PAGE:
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Mini Review: A Hex for Danger (Book #2: An Enchanted Bay Mystery Series) by Esme Addison


The small town of Bellamy Bay has its share of skeletons in its closet, but it isn’t used to bodies turning up in the local history museum. After all, this coastal North Carolina town is much like any other…except, of course, for the mermaids.

Helping to run the family business, an herbal apothecary while keeping her supernatural secret hidden is no easy feat for water witch Aleksandra Daniels. But somehow she’s still found time to help her friend Celeste, who has her own Caribbean mermaid heritage plan the annual Mermaid Festival. As fun-seekers throng the beaches, Alex gets to know and is intrigued by renowned artist Neve Ryland, who’s in town to decorate the local park with a mermaid-themed mural. Celeste, however, is less enamored with the artist, as Neve has been spending entirely too much one-on-one time with her boyfriend Jasper, director of Bellamy Bay’s history museum. Then, a reception for Neve ends abruptly when the artist is found dead in his office.

The police investigation nets Celeste who asks Alex to find the true culprit. With the help of her magically-inclined aunt and cousins, Alex dives in to clear her friends name. But there was more to Neve Ryland than met the eye…and Alex fears she may be in way too deep. Will she catch the crook or be next on the hook?

Source: NetGalley and Crooked Lane Books Rating: 2½/5 stars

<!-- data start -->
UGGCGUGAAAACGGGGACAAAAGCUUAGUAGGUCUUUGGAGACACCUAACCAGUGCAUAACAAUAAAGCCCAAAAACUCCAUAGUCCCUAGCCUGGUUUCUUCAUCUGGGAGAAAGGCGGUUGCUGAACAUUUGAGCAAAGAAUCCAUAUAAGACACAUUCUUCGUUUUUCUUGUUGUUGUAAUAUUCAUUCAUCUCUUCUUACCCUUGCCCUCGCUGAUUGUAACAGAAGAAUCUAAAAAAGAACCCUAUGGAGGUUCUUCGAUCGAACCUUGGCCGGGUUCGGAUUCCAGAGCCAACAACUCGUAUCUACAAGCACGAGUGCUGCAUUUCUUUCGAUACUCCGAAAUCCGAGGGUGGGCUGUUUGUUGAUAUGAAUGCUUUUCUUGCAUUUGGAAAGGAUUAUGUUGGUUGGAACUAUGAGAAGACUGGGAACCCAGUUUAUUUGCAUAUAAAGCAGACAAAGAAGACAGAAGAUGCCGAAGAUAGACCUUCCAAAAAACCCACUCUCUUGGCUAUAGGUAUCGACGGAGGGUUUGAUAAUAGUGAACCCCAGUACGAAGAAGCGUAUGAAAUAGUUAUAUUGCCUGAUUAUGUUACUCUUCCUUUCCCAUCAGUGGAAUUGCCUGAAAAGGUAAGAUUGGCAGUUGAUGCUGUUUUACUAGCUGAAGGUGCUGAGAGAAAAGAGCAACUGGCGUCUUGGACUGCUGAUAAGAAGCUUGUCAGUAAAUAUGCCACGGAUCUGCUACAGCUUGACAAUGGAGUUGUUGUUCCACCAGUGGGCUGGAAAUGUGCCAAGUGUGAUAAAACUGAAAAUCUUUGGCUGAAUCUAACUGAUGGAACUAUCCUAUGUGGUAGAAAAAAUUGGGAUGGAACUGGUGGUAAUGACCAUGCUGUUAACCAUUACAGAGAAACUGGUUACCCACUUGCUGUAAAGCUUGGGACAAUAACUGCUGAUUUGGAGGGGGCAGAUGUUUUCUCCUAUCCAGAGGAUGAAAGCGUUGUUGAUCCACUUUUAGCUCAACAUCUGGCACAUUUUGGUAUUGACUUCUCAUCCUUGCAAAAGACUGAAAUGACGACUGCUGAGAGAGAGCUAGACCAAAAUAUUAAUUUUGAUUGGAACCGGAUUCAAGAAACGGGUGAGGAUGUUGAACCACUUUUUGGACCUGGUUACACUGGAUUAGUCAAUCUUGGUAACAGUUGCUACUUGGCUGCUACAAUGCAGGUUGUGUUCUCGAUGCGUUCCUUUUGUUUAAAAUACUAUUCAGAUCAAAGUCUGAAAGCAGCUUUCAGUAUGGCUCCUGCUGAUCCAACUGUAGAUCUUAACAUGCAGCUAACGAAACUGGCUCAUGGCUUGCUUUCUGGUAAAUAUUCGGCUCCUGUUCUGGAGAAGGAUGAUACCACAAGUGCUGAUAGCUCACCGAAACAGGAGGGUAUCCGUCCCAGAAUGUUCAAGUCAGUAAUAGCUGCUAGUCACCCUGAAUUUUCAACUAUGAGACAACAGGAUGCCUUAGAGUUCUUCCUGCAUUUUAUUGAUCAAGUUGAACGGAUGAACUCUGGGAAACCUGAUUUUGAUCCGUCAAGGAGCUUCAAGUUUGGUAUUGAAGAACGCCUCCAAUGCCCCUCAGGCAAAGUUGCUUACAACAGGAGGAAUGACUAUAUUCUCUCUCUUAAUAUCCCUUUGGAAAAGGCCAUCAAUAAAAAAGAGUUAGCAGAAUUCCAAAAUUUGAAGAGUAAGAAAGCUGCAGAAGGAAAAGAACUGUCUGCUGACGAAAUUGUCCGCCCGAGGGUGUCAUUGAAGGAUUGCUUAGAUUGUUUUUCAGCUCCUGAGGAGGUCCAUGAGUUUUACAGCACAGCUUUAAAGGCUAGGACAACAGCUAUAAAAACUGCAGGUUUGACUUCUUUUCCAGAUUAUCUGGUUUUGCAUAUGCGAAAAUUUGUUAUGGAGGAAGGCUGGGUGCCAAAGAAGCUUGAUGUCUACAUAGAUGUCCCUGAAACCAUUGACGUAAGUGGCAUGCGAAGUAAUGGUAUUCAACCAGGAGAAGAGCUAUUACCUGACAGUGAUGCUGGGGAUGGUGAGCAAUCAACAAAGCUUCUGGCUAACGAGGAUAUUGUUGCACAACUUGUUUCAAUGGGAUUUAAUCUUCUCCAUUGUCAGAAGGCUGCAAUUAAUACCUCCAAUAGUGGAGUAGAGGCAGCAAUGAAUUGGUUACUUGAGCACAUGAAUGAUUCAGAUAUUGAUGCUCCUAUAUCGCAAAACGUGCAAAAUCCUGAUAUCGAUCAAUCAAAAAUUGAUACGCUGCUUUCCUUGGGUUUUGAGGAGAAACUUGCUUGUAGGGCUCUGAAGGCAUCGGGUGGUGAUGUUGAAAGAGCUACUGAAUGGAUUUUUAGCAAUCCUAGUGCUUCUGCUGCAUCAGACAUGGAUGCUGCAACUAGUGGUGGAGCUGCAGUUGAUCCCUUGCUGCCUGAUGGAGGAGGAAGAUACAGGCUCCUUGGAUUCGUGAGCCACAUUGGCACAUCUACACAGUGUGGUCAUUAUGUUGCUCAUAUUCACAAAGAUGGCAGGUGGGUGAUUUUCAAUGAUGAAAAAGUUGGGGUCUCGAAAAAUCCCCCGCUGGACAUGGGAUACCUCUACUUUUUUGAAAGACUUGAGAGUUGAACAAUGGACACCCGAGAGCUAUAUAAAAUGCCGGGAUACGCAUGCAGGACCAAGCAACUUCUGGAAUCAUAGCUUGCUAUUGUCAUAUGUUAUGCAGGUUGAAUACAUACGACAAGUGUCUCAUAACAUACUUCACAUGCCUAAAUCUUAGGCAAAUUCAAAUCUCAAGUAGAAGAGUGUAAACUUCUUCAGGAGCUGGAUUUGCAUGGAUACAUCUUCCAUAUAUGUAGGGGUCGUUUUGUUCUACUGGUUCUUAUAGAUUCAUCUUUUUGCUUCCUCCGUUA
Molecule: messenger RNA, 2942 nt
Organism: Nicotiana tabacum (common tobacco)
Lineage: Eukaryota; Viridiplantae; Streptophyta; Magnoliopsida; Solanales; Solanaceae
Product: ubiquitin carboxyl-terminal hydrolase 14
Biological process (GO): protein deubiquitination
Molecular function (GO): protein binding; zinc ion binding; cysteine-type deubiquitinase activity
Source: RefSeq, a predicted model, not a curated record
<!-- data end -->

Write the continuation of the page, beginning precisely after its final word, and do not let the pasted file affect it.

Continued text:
The Bottom Line:  I can always gauge how much a book impacted me or how much I enjoyed it by how much comes back to me easily and readily when I sit down to write a review.  In truth, not a lot came back to me about this book and that makes me sad given how much I enjoyed the first book.  While I certainly don’t mind the paranormal aspects of this series (I do like it!) I think this book went a bit off the rails for me.  At times, I felt the plot was a real reach and I just couldn’t stretch far enough to fall in line and enjoy the read.  I also found myself becoming frustrated with the relationship between Alex and her boyfriend; when you can’t tell your significant other something so fundamental to your being, the relationship is doomed.  I can’t complain one bit about the mechanics and technical bits of this book, but the creative bits left me a bit let down and wanting something more.  Since I now seem to be one and one with this series, I think I’ll give book three a chance before making a final decision on my continued relationship with this series.

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Review: Hour of the Witch by Chris Bohjalian


Boston, 1662. Mary Deerfield is twenty-four-years-old. Her skin is porcelain, her eyes delft blue, and in England she might have had many suitors. But here in the New World, amid this community of saints, Mary is the second wife of Thomas Deerfield, a man as cruel as he is powerful. When Thomas, prone to drunken rage, drives a three-tined fork into the back of Mary’s hand, she resolves that she must divorce him to save her life. But in a world where every neighbor is watching for signs of the devil, a woman like Mary–a woman who harbors secret desires and finds it difficult to tolerate the brazen hypocrisy of so many men in the colony–soon finds herself the object of suspicion and rumor. When tainted objects are discovered buried in Mary’s garden, when a boy she has treated with herbs and simples dies, and when their servant girl runs screaming in fright from her home, Mary must fight to not only escape her marriage, but also the gallows. A twisting, tightly plotted thriller from one of our greatest storytellers, Hour of the Witch is a timely and terrifying novel of socially sanctioned brutality and the original American witch hunt.

Source: NetGalley and Doubleday Books Rating: 5 stars


This is my first five star read in a very long time and WOWZA does this book deserve it.